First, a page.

(This is an open letter, dated September 1, written in response to the August 20th open letter from witnesses at the trial of Bishop Charles Bennison; I tried to find a copy to link to on Ms. Anderson’s own website and failed–KSH).
September 1, 2010
To Bennison Trial Witnesses:
Julia Alexis, Episcopal Diocese of El Camino Real
Martha Alexis, Western Diocese, Anglican Church in North America
Andy Alexis, Catholic Diocese of Sacramento
Maggie Thompson, Episcopal Diocese of Vermont
Rev. Margo Maris, pastor, advocate and editor, Episcopal Diocese of Oregon
I was moved by your letter expressing your pain and frustration over the recent ruling by the Episcopal Church’s Court of Review which has made it possible for the Rt. Rev. Charles Bennison to resume the position of Bishop of Pennsylvania. Good people can disagree about how the court interpreted our canons. I believe that most Episcopalians who have followed this case agree that Bishop Bennison’s choice to resume his episcopacy presents significant problems for the Diocese of Pennsylvania and for the wider Church.
I want you to know that I share your hope that the Episcopal Church can be, “a guiding beacon to all people everywhere who are affected in some way by clergy sexual abuse.” I also share your frustration that in your case, and in others, our churches were not “safe sanctuaries” for vulnerable people. And I share your outrage that individuals in positions of authority have been complicit in maintaining a climate of silence and denial that has inhibited our efforts to end sexual abuse within our church.
Like the Diocese of Pennsylvania’s Standing Committee, and many diocesan clergy and laity, I wish that Bishop Bennison had the wisdom and generosity of spirit to resign. As bishop he is more likely to deepen divisions and discredit the church than he is to bring healing or advance our common mission. I join the Court of Review in its assessment that Charles Bennison’s handling of the sexual abuse charges against his brother John was “totally wrong.” Bishop Bennison’s lack of remorse about his handling of this situation, and his solipsistic view of what is at stake, concern me deeply.
I have spoken recently with Bishop Bennison, whom I have known for many years. I have also spoken with members of the Standing Committee. I wish I could say that I can imagine a just and speedy resolution to this situation, or for that matter, a satisfying outcome following a protracted campaign, but I do not. It is my prayer that the Bishops of The Episcopal Church, when they are together this month in Arizona, will prayerfully consider this matter and either prevail upon Bishop Bennison to resign, or undertake other measures that lead to Bishop Bennison’s removal from office.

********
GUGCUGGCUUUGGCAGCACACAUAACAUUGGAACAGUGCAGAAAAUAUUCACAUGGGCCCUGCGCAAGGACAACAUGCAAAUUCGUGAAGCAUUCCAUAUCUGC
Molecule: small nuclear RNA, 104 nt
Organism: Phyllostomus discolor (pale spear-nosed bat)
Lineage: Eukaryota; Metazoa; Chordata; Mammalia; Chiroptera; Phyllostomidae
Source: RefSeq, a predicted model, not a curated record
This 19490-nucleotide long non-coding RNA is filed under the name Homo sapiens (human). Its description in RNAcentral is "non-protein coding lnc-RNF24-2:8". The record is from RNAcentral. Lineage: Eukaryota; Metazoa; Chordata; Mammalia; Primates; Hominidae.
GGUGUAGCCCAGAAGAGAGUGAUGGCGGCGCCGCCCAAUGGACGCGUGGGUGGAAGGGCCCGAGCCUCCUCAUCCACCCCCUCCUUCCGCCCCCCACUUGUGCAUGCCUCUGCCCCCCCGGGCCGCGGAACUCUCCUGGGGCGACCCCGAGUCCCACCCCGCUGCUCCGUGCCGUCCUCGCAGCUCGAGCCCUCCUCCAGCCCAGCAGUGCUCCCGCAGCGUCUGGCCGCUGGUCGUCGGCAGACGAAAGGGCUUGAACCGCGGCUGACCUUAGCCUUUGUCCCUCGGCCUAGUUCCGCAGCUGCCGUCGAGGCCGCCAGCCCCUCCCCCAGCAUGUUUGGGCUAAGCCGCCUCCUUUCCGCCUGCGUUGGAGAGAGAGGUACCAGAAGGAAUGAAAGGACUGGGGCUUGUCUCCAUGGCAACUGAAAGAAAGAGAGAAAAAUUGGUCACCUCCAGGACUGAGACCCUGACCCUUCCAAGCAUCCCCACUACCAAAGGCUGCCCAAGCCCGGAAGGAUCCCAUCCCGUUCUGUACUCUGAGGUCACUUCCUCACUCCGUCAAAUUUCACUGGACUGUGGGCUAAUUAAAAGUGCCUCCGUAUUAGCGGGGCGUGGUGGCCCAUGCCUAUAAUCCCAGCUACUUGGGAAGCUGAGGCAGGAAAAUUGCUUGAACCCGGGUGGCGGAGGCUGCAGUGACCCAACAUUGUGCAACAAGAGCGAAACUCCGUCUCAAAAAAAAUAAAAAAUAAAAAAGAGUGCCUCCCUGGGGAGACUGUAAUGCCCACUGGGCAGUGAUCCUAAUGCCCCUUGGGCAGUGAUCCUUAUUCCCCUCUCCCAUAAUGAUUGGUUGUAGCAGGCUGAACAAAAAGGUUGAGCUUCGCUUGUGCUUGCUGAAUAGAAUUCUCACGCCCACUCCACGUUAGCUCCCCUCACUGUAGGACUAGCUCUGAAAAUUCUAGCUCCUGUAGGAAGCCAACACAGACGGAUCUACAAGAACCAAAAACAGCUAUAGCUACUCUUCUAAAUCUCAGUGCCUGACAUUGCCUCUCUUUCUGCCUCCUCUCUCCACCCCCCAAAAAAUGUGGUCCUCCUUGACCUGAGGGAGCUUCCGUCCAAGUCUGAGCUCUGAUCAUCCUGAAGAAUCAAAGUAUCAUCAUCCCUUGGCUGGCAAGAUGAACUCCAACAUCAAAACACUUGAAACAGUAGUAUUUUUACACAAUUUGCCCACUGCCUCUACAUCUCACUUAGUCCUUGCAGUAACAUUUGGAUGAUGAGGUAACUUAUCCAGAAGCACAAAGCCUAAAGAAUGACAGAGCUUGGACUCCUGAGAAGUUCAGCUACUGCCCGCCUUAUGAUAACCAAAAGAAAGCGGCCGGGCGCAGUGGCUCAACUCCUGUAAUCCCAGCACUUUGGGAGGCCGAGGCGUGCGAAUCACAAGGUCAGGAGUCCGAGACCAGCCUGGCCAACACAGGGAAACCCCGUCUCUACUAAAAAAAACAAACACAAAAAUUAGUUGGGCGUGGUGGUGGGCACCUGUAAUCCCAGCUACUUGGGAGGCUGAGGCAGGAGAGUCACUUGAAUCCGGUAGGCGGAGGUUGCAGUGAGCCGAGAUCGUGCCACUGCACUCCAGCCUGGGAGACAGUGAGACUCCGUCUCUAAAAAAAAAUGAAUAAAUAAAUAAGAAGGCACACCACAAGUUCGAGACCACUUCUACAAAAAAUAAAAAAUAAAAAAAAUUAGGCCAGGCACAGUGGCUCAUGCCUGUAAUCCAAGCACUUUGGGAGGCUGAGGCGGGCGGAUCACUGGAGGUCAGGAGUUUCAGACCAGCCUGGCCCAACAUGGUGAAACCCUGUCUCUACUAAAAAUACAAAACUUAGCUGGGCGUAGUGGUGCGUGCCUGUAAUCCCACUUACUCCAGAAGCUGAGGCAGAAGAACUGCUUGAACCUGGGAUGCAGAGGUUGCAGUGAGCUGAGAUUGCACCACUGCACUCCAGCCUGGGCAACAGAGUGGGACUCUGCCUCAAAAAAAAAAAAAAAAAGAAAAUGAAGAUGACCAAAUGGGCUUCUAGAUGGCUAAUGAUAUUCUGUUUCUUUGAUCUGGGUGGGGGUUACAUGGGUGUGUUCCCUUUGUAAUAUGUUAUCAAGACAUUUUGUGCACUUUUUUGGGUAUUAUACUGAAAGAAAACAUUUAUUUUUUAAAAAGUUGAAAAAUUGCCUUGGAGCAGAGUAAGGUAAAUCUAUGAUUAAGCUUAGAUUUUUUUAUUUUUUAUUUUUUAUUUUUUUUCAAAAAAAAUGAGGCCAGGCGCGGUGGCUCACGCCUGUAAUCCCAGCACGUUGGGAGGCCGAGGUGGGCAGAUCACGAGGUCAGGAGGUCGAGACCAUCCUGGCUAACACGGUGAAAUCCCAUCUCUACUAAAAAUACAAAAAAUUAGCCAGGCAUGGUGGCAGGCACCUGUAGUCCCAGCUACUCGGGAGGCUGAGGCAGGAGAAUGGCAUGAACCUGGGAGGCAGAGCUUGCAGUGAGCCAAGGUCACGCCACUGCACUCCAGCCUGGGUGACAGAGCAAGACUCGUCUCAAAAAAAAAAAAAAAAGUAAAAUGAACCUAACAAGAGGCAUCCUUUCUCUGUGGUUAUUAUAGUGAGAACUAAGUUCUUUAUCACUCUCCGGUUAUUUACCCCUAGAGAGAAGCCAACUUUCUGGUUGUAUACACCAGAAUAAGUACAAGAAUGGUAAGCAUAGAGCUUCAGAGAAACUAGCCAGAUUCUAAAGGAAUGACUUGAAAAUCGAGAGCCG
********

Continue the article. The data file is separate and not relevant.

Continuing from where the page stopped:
As a result of your letter and those of numerous others, I have turned my attention to considering the steps that our Church might take to prevent this kind of injustice from happening again. In the wake of this decision, it seems essential to address a deficiency in the structures of our Church, namely that there is no means of dissolving the relationship between a bishop and a diocese that find themselves in untenable circumstances. I am also considering the calls coming from many Episcopalians to amend our canons to include clergy and laity on the Court of Review.
In preparation for General Convention, a review of the canons relevant to these concerns is in order. I am presently in consultation with members of my council of advice, deputies and others with particular interest and knowledge in these matters to determine the most expedient and efficient way to proceed in this review.
I wish there were more that I could offer you in gratitude for your bravery in the face of all that you have endured at the hands of our Church. It grieves me to be another person telling you that my hands are tied, and I know the potential remedies that I am proposing may serve the church in the long-term but do nothing to right the wrongs inflicted upon you.
But within our polity, this is what is within my power to do. Please know that I will pursue these issues seriously and actively, and with the support and counsel of others in the church who also find this situation unacceptable.
All of you, and all the people of the Diocese of Pennsylvania, remain in my prayers.
Bonnie Anderson, D.D.
President, The House of Deputies
cc: The Most Rev. Katharine Jefferts Schori
Deputies and First Alternates
The Standing Committee, Diocese of Pennsylvania
The Rt. Rev. Charles Bennison
Update: An ENS story about this appears there.